Reflecting on By the Sword

Cohen, Richard. By the Sword: Gladiators, Musketeers, Samurai Warriors, Swashbucklers, and Olympians. London: Pocket, 2003.

I recall starting this book when I was much younger, driven by my desire to take and ingest all things sword and samurai. I remember my younger self being disappointed that though in the subtitle mentioned samurai, the book wasn’t based around the samurai, rather the evolution of fencing within the context of Europe, and what eventually led to Olympic fencing of today. Unfortunately, this book is about twenty years old, so the “today” aspect is dated, but nonetheless, Richard Cohen, a former British Olympic fencer, pieced together and consolidated Europe’s history and fascination with sword that pans thousands of years – a feat in of itself. From Ancient Rome to the German and Austrian fraternities of the eighteenth century, Cohen chronicles not only the sword’s history but dives into its constant evolution through the centuries and examines the many reasons why and how the sword has remained ever so popular in the minds of those who wield them. It should be noted that for most of Cohen’s work focuses on pre-Olympic fencing, or historical fencing, which greatly overlaps with the growing Historical European Martial Arts movements in both Europe and in the United States. From his work and others, the researcher can see how some of these fencing arts morphed, evolved, and standardized its practices to either gain and edge over an opponent or for the art to survive in some capacity.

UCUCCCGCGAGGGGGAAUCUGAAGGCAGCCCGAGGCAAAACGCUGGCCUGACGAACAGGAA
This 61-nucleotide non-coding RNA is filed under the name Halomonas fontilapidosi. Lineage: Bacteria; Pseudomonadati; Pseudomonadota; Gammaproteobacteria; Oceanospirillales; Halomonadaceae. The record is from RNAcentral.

Cohen begins with Ancient History, with the Greeks, Romans, and Egyptians, explaining how each culture and civilization flourished in the Bronze Age and transitioned into the Iron Age, getting down the some of the nitty-gritty of sword making from those eras. Upon shifting the focus to Western Europe during the Middle Ages, mainly England, France, Spain, Germany, and Italy, he discusses the differences between the swordplay of each country and how each respective monarchs and governments viewed the steely art. England, as Cohen explained, did not enjoy the sword arts and did all that they could to regulate the practice and prohibit the gentry and those that had enough money to buy blades to duel each other, which ultimately led to many confusing and disheartening legal cases. The mainland countries, on the other hand, while issuing its own laws and regulations on swordplay and dueling, held a more liberal view of blood and steel. Ironically, with all this romanticism of the sword and dueling in the Middle Ages, there was still a prevailing notion that if one took up learning the sword, they would have been considered as a ruffian, an immoral person, and a criminal.